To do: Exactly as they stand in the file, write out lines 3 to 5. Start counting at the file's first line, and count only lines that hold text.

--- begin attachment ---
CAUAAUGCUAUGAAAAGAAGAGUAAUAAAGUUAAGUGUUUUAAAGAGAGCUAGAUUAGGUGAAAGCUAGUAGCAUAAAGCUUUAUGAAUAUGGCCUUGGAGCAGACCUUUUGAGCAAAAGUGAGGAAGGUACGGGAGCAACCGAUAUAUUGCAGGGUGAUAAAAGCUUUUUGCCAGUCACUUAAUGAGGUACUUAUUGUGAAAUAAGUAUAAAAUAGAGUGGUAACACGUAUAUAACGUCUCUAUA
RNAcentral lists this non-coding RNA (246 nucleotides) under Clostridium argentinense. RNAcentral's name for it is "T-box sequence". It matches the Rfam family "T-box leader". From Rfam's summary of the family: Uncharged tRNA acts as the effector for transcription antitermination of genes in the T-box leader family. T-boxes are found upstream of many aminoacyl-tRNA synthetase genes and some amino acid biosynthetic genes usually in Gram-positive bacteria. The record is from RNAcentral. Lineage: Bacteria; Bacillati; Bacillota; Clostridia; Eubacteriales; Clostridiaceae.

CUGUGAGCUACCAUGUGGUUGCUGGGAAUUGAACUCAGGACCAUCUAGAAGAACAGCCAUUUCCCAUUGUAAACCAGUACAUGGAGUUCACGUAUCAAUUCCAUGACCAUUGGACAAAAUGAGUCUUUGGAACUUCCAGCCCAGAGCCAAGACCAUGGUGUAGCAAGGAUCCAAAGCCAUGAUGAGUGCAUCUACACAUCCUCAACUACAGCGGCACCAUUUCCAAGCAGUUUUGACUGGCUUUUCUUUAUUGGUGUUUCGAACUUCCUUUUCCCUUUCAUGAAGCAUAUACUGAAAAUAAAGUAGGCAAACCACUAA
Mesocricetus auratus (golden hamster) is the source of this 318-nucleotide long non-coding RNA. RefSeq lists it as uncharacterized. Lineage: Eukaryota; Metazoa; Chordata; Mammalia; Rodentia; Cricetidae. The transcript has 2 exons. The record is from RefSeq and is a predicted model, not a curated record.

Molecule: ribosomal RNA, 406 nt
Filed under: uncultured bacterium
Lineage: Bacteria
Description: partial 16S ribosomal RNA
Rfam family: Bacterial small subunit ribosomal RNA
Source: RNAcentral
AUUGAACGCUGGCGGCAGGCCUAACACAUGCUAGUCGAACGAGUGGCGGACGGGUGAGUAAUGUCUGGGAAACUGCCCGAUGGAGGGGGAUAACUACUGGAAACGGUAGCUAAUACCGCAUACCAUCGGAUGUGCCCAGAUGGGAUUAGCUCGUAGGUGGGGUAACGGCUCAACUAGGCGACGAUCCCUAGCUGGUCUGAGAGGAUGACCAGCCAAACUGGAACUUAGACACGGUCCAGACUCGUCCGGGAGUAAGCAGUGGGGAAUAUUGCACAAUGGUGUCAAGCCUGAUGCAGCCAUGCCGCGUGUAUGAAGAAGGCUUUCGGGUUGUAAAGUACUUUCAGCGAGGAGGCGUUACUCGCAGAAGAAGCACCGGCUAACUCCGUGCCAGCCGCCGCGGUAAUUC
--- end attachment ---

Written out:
CUGUGAGCUACCAUGUGGUUGCUGGGAAUUGAACUCAGGACCAUCUAGAAGAACAGCCAUUUCCCAUUGUAAACCAGUACAUGGAGUUCACGUAUCAAUUCCAUGACCAUUGGACAAAAUGAGUCUUUGGAACUUCCAGCCCAGAGCCAAGACCAUGGUGUAGCAAGGAUCCAAAGCCAUGAUGAGUGCAUCUACACAUCCUCAACUACAGCGGCACCAUUUCCAAGCAGUUUUGACUGGCUUUUCUUUAUUGGUGUUUCGAACUUCCUUUUCCCUUUCAUGAAGCAUAUACUGAAAAUAAAGUAGGCAAACCACUAA
Mesocricetus auratus (golden hamster) is the source of this 318-nucleotide long non-coding RNA. RefSeq lists it as uncharacterized. Lineage: Eukaryota; Metazoa; Chordata; Mammalia; Rodentia; Cricetidae. The transcript has 2 exons. The record is from RefSeq and is a predicted model, not a curated record.

Molecule: ribosomal RNA, 406 nt